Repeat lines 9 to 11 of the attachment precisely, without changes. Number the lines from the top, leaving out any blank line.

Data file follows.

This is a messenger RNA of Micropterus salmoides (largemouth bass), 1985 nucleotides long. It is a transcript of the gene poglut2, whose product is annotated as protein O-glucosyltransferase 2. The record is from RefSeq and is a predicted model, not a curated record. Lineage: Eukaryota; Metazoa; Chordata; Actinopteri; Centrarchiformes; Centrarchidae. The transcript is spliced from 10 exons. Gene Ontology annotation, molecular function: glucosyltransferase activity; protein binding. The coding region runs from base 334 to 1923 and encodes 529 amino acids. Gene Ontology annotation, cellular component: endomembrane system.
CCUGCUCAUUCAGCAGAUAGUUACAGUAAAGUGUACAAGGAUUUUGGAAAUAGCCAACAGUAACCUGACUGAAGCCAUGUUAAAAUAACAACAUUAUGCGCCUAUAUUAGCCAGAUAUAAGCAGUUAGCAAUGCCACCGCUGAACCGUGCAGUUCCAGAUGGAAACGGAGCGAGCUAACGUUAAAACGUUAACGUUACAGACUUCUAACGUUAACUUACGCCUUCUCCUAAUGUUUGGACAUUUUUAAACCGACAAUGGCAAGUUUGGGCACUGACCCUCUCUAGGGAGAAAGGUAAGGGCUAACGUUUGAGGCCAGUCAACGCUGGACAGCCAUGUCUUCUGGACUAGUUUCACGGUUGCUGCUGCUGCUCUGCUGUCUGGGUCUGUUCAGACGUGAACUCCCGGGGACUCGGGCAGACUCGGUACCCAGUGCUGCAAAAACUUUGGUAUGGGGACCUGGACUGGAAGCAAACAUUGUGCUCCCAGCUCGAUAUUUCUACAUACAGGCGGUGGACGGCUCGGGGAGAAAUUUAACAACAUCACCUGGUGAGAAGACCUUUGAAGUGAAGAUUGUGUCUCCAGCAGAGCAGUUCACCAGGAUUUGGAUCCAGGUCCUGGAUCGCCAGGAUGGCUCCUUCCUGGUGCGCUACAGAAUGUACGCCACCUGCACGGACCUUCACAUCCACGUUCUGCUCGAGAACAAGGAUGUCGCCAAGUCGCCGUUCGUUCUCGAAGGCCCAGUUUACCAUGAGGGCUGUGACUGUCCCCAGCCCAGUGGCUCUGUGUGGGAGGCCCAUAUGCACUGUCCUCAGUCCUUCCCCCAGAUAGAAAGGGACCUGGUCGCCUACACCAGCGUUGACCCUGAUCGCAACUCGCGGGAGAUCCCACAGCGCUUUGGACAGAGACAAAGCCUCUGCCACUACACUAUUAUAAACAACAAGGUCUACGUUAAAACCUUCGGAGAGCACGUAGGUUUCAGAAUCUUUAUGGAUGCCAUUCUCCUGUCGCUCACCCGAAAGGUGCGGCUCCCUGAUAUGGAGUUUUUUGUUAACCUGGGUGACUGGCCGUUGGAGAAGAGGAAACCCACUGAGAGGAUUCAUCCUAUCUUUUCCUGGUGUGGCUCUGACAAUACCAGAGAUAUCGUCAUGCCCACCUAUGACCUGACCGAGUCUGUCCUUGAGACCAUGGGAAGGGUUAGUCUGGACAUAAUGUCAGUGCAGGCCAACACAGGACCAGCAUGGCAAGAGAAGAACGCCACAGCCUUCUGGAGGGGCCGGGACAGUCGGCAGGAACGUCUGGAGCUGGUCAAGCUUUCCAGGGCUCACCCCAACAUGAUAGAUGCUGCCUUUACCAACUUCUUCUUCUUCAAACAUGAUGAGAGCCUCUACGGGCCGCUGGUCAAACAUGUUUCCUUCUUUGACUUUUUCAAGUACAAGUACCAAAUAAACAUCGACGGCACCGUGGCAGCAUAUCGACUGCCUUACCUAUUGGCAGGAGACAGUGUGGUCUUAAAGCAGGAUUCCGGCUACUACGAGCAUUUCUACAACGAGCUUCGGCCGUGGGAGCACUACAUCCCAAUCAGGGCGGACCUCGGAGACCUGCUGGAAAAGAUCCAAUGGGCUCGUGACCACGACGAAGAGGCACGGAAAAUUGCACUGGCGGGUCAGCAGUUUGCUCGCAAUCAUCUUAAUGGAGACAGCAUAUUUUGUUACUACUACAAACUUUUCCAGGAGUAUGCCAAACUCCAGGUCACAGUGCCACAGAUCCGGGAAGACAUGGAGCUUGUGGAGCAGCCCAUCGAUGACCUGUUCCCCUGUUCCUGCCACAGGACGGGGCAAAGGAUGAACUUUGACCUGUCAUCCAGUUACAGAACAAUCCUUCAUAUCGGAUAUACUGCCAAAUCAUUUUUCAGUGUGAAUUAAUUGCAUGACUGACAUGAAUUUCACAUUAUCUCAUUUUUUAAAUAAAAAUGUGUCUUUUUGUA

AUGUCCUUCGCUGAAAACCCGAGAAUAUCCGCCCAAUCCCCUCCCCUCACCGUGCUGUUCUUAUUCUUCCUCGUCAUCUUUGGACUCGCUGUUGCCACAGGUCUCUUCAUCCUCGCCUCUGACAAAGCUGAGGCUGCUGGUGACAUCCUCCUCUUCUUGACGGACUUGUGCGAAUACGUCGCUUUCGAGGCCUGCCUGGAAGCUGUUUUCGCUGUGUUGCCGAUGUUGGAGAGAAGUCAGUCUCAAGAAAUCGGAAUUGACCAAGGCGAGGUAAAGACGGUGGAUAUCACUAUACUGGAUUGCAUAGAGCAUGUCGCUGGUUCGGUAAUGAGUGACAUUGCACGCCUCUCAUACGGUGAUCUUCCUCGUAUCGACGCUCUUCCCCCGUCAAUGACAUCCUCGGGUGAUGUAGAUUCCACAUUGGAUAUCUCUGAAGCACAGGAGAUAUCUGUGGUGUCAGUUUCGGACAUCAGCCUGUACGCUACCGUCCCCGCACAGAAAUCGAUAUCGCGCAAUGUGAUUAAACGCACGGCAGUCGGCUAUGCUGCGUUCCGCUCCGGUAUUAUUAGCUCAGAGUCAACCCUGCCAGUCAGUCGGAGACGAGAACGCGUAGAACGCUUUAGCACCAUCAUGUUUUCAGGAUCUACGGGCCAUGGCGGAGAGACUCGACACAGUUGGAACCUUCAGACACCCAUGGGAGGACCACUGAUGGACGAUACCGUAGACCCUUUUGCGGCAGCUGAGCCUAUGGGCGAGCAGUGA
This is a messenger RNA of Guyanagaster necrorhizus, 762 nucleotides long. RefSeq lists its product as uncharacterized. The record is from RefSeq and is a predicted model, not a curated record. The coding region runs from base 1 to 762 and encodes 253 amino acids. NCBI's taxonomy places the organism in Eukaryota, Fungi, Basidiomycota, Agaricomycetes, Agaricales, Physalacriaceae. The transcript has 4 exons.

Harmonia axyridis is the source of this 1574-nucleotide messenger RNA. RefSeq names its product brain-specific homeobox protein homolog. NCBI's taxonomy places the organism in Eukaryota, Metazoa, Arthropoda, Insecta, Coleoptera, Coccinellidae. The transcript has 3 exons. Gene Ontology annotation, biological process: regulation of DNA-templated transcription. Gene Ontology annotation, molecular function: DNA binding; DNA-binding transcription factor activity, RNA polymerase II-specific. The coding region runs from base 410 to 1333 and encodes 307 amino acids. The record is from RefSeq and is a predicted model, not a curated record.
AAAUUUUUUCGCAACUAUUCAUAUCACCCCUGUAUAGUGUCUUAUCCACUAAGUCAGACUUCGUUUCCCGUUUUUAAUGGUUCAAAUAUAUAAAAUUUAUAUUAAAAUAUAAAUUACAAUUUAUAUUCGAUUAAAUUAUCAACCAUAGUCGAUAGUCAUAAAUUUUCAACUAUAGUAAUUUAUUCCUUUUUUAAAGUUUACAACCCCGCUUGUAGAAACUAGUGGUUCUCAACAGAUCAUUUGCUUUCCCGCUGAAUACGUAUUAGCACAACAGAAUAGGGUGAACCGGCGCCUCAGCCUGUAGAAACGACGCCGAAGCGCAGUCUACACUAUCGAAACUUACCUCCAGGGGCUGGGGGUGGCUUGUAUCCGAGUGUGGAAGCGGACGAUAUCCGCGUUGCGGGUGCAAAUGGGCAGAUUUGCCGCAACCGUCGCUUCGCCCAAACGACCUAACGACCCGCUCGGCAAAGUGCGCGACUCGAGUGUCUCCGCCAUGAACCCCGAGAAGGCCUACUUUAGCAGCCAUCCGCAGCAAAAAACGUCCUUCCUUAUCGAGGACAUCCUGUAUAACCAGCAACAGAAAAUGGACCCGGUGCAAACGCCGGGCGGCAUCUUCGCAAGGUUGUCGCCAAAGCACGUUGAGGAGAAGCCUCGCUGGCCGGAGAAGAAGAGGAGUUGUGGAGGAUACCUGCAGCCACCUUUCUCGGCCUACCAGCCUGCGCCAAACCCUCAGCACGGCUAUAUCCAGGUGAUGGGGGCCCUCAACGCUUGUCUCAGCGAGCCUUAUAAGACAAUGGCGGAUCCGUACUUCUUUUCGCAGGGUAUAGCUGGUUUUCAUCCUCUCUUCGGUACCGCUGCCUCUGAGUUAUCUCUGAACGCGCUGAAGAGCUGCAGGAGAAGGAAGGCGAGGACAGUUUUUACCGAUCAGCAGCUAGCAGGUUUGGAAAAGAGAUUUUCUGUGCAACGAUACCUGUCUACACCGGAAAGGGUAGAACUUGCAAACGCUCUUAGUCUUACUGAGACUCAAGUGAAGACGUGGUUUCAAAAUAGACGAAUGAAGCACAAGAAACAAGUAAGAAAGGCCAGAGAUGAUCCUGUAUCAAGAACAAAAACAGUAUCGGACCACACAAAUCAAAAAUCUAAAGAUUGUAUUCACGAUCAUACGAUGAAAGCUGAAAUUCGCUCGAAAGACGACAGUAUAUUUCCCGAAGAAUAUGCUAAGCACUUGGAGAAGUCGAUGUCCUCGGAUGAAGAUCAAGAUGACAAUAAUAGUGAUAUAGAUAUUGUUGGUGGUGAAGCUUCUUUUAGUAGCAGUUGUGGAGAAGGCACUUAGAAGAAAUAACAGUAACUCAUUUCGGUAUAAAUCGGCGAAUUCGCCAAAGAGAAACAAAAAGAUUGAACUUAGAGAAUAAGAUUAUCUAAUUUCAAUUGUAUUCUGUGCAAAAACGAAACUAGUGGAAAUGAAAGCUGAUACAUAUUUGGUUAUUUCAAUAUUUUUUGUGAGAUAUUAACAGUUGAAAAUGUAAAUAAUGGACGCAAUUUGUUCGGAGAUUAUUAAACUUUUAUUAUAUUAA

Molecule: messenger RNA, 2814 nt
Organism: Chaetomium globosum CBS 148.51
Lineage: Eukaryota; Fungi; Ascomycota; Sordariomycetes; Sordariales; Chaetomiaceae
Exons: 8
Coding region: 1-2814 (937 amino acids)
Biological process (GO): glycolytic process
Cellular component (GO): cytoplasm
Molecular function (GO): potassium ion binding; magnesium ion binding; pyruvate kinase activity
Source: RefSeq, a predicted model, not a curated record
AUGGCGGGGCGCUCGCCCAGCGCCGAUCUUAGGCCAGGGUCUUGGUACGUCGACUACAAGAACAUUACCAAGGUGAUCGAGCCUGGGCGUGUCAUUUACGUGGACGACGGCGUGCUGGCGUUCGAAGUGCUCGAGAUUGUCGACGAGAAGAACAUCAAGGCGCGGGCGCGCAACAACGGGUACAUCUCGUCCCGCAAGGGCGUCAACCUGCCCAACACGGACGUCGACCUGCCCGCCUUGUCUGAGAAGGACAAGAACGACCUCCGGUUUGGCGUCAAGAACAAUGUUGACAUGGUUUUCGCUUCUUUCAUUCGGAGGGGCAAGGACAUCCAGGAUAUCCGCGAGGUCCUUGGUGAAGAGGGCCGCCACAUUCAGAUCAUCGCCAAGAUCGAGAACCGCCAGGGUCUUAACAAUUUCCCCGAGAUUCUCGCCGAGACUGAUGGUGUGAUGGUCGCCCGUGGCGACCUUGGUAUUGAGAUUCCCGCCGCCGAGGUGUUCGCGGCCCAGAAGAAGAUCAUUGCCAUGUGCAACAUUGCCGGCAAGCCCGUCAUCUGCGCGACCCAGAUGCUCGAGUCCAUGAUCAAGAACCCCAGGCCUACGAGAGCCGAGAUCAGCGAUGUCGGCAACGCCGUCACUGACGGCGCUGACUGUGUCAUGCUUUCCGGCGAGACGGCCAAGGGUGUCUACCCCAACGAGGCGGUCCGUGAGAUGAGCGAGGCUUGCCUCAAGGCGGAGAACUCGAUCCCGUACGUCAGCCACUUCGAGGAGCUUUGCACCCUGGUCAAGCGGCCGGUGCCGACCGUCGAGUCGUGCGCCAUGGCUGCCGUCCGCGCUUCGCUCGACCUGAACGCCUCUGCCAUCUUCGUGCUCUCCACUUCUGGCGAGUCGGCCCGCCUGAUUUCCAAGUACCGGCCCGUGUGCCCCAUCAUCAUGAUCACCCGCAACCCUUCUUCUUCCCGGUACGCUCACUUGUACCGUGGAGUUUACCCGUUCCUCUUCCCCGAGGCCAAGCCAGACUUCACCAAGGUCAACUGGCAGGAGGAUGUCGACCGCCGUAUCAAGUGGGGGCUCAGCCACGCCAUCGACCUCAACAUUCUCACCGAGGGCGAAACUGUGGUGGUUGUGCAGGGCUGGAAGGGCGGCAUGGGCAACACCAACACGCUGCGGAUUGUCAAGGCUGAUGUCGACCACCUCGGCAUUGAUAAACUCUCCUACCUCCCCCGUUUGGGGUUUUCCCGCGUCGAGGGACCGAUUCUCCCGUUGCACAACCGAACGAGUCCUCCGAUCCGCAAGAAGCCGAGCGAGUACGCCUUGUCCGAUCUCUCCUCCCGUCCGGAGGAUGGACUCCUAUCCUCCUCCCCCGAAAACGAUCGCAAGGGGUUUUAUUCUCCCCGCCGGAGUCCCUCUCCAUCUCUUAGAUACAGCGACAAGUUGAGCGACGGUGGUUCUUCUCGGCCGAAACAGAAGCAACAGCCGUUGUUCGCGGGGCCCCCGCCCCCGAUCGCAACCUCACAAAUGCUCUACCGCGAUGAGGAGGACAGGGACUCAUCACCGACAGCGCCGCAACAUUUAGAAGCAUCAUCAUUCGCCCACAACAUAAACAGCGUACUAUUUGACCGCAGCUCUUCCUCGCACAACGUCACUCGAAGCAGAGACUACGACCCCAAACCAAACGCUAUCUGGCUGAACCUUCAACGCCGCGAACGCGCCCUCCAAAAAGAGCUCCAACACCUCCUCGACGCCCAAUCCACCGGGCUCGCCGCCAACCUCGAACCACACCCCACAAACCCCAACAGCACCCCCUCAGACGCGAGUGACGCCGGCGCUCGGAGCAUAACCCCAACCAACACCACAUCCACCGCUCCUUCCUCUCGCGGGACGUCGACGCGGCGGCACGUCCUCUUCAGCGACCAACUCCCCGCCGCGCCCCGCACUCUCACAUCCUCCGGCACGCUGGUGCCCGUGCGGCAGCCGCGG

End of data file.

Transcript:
Lineage: Eukaryota; Fungi; Ascomycota; Sordariomycetes; Sordariales; Chaetomiaceae
Exons: 8
Coding region: 1-2814 (937 amino acids)